Python Sniffing Dogs Florida’s Latest Weapons in the Fight Against Invasive Snakes

The first catch of a dog team? An 8-foot male python in Miami-Dade County.

For decades, pythons have been identified in Florida as one of the largest and most engaging invasive species, drastically affecting the populations of many native species and permanently altering the ecosystem since they were first introduced into the wild.

But now the Florida Fish and Wildlife Commission (FWC) has a new weapon in controlling populations of threats to the region’s wildlife – Truman’s black labrador and Eleanor are the scorer.

Duncan and Eleanor are the two biggest stars of the FWC’s new Detector Dog Team. Their job? Hunt down and help their handler remove Burmese pythons from the wild.

According to the FWC, detector dogs are not new and have been trained in the past, from bedbugs to sea turtle nests. However, Burmese pythons can still be the biggest challenge.

Truman and Eleanor spent more than a month training and learned how to look for pythons using scents and how they warned their handlers when they found pythons.

“Python-scented towels and live python with surgically implanted trackers have been used to train dogs in python-scented training,” the FWC said in a statement announcing the new detector team of dogs. “Dogs have also been trained to ignore distractions, such as other live animals when working in an outdoor environment, and have worked to build their endurance so they don’t get tired easily in the field.”

Following their training schedule, Truman and Eleanor now go out five days a week with a handler and an FWC biologist to look for pythons in various parts of southern Florida.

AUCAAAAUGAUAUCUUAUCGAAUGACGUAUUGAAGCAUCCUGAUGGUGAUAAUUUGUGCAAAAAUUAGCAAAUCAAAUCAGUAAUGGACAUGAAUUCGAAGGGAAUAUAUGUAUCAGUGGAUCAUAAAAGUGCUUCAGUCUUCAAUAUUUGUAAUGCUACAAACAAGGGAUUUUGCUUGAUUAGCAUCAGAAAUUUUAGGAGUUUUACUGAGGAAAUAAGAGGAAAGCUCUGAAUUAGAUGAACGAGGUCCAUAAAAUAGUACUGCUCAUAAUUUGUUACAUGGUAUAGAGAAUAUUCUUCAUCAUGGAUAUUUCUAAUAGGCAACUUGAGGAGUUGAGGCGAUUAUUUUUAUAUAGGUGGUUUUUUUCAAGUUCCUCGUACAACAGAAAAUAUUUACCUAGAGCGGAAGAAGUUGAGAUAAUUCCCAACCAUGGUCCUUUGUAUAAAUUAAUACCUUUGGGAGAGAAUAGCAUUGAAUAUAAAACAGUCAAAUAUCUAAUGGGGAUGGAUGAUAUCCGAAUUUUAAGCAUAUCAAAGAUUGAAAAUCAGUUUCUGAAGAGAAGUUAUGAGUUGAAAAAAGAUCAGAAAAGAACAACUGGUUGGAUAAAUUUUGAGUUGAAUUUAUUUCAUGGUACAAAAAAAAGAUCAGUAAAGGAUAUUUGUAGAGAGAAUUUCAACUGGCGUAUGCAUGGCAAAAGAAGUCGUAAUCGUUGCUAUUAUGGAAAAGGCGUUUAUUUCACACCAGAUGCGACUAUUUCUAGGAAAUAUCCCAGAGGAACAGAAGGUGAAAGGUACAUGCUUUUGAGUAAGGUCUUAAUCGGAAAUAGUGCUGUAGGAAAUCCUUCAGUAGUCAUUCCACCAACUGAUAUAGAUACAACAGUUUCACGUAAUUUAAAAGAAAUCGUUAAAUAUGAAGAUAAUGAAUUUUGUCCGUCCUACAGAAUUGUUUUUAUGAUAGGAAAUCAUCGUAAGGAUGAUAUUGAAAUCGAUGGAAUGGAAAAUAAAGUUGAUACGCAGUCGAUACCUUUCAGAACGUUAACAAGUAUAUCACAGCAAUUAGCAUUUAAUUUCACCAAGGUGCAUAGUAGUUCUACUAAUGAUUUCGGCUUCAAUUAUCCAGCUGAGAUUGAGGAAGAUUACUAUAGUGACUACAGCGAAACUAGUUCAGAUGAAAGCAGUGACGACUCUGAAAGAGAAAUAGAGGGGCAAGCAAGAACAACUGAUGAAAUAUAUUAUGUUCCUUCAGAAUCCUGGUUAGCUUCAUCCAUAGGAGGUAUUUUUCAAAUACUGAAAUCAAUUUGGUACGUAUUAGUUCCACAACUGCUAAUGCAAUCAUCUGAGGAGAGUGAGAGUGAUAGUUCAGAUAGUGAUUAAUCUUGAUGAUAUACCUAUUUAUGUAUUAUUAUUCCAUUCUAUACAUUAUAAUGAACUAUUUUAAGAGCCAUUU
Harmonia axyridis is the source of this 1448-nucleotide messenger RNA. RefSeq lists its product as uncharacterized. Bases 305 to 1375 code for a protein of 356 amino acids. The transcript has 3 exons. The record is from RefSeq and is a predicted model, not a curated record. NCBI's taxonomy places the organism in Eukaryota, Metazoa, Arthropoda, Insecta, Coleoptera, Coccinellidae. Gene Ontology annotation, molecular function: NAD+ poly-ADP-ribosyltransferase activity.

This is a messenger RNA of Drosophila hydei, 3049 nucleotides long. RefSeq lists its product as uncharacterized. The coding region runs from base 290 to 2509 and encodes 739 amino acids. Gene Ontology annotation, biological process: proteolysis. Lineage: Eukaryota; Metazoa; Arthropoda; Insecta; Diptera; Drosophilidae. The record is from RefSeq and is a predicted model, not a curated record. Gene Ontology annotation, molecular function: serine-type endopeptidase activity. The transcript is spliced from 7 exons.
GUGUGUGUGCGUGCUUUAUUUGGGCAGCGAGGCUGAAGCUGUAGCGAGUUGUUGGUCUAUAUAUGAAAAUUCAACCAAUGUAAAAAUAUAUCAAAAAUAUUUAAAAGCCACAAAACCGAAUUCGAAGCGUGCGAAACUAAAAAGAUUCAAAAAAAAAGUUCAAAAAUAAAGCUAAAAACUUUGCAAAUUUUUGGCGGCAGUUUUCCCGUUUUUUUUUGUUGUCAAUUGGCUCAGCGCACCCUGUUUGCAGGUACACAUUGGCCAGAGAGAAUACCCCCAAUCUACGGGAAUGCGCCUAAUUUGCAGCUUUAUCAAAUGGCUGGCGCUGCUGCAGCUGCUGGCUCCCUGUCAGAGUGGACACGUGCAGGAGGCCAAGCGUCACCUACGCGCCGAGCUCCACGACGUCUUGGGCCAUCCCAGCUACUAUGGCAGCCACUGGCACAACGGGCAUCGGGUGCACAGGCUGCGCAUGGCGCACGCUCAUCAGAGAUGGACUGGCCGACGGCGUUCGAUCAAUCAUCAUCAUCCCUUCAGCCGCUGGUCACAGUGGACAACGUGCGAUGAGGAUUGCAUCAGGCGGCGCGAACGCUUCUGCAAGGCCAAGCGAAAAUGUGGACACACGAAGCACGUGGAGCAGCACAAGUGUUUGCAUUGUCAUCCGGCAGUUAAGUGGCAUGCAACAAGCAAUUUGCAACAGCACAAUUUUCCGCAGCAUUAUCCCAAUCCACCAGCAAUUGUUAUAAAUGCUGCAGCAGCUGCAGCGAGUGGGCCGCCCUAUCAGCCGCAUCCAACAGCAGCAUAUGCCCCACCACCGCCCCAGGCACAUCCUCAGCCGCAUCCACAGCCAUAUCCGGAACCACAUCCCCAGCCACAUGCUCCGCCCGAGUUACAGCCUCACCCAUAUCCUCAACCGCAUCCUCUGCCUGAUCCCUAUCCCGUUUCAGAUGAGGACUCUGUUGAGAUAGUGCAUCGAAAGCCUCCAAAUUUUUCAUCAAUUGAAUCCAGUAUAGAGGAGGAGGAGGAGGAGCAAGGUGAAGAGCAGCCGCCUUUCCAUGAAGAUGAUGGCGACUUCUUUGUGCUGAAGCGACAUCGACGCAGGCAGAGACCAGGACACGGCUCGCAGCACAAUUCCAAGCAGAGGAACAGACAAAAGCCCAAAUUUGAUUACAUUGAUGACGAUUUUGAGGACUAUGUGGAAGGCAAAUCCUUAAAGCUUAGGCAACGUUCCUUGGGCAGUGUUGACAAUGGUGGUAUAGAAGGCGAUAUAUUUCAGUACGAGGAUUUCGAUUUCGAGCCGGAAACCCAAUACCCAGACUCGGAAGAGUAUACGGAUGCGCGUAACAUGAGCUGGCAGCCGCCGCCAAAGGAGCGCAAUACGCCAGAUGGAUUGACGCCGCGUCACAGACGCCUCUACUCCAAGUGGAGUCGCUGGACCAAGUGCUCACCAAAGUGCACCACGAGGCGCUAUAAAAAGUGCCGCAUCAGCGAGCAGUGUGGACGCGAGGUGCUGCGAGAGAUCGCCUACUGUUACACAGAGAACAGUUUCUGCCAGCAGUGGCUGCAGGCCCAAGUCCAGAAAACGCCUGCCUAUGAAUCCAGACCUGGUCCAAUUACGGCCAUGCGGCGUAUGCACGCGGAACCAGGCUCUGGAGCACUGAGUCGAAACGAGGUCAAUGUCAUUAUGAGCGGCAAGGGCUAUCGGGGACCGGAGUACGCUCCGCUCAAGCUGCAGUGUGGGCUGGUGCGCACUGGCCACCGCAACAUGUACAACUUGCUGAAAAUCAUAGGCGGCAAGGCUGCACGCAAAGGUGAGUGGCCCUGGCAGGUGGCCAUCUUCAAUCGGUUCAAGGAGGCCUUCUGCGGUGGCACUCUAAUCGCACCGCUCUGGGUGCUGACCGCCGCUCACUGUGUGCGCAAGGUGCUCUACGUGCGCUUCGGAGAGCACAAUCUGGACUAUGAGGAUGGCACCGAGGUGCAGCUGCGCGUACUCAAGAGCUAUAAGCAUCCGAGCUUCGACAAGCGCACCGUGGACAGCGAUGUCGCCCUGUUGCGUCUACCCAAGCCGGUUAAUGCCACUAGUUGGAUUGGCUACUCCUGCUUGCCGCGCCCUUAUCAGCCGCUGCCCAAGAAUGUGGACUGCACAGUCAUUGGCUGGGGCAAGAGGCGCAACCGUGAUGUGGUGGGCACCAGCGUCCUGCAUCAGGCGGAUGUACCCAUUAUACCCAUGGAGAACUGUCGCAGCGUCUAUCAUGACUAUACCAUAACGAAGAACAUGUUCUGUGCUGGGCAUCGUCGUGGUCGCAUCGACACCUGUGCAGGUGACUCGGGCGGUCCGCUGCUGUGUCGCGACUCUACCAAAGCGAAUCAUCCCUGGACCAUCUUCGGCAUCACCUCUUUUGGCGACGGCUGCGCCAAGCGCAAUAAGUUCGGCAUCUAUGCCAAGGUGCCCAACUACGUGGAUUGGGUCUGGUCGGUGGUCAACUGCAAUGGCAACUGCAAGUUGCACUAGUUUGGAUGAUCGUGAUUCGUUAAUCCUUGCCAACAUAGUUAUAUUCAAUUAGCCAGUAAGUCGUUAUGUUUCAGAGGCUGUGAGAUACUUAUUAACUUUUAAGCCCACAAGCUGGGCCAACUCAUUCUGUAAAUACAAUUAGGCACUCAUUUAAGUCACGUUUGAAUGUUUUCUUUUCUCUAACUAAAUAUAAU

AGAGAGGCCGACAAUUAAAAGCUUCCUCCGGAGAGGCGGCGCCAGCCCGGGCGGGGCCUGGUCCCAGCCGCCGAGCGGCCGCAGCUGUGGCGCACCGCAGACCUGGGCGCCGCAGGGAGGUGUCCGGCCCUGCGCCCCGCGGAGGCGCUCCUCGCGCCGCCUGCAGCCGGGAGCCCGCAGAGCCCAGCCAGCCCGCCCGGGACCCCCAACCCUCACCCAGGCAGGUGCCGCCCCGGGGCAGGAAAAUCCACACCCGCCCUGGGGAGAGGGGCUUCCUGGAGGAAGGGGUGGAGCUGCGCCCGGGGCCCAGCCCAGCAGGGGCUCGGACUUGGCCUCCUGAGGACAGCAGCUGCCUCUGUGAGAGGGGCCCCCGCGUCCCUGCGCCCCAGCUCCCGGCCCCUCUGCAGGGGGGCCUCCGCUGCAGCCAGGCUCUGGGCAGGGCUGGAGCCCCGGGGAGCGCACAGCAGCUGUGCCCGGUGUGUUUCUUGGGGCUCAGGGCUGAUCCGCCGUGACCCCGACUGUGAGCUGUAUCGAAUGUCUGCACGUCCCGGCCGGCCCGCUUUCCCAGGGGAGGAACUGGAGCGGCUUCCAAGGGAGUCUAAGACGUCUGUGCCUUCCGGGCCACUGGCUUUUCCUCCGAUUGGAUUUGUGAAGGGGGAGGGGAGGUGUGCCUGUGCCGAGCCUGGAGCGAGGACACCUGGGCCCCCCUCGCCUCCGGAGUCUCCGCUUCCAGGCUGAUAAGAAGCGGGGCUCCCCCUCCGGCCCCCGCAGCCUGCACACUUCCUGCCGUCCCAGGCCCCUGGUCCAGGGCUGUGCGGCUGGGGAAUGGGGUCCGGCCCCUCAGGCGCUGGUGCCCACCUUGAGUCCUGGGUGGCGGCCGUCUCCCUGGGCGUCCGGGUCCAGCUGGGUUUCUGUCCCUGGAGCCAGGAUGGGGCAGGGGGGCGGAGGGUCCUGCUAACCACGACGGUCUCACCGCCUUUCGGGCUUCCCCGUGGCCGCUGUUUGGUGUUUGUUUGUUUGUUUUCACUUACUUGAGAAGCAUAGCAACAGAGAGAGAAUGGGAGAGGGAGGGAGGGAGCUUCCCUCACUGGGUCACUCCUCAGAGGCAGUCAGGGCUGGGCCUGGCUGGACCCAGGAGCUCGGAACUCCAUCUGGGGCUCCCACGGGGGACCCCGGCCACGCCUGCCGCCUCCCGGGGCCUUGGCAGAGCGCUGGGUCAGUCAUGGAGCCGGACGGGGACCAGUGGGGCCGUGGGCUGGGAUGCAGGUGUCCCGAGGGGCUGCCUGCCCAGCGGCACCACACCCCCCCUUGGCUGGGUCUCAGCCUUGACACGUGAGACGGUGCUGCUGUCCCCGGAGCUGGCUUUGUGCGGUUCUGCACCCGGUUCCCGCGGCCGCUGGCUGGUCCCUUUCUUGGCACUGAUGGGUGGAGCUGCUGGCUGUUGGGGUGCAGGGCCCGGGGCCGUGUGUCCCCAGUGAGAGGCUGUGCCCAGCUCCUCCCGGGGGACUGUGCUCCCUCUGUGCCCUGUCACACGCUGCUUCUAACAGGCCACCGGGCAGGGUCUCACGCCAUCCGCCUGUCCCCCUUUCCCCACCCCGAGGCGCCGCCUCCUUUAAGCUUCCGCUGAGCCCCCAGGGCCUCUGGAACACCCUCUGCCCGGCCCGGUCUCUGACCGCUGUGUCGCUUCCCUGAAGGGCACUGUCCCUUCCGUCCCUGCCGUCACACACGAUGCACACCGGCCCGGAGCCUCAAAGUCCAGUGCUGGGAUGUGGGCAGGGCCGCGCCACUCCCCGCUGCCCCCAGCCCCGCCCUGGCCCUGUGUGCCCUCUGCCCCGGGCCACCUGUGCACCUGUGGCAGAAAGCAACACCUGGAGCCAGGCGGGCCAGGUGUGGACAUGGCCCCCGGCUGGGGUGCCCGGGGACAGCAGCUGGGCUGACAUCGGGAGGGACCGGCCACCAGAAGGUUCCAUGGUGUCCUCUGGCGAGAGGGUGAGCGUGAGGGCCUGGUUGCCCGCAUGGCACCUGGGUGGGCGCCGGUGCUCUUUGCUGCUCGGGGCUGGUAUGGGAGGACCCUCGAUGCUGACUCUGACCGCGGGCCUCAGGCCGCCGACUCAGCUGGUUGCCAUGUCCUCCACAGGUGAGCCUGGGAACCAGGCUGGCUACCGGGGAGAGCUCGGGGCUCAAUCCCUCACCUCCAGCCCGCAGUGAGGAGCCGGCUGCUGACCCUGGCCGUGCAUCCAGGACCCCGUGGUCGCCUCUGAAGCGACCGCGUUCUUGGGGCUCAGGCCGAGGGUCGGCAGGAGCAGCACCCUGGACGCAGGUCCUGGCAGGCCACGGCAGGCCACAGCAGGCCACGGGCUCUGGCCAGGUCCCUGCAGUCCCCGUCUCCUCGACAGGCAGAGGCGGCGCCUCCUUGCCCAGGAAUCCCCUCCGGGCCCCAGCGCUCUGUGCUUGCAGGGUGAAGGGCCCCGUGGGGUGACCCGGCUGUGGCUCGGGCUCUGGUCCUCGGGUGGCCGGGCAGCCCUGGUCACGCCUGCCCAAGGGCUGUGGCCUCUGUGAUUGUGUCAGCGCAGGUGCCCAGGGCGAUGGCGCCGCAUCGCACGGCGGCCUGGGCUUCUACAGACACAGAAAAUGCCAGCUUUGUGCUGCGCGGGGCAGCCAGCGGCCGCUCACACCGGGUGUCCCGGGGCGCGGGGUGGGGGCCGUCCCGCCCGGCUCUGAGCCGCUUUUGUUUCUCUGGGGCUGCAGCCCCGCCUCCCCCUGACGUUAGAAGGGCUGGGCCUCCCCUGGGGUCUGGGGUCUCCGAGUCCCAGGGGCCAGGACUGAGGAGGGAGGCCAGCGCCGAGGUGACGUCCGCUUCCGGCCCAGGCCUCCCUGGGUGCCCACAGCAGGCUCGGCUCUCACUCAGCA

“Pythons compete with native wildlife for food that includes mammals, birds, and other reptiles,” the U.S. Geological Survey (USGS) said on their website. “A severe decline in mammals in the Everglades National Park is linked to Burmese pythons.”

According to the USGS, a 2012 study found that the raccoon population had declined by 99.3% since 1997, opossums by 98.9%, and bobsleighs by 87.5%. “Swamp rabbits, rabbits and foxes have virtually disappeared,” the USGS said. “The most significantly declining mammals have been regularly found in the stomachs of Burmese pythons removed from the Everglades National Park and Florida elsewhere.”

The FWC Detector Dog Team is the arsenal’s latest tool in the fight against the growing python population in Florida. However, the work they do can be risky.

“When Truman or Eleanor catches the smell of python, they follow that smell until approx. They are 3 meters from the python. When a snake is found, the dogs alert the handler and reward them with appreciative responses. The dog and handler then step back from the environment, clearing the way for the FWC biologist to pinpoint the exact location so they can safely grab and remove the python from the wild, ”the FWC said.

In Florida, pits are not required to kill pythons, and invasive species can be humanely killed in private areas at any time with the permission of the landowner, and the FWC encourages people to remove and kill pythons from individuals except using traps or firearms. whenever possible.

For now, however, Duncan and Eleanor are working and didn’t even have to wait long for their first big success.

The FWC said, “2020. On December 8, the FWC Detector Dog Team committed its first triumph by successfully capturing and removing an 8-meter male python at the Rocky Glades Public Small Hunting Area in Miami-Dade County. ”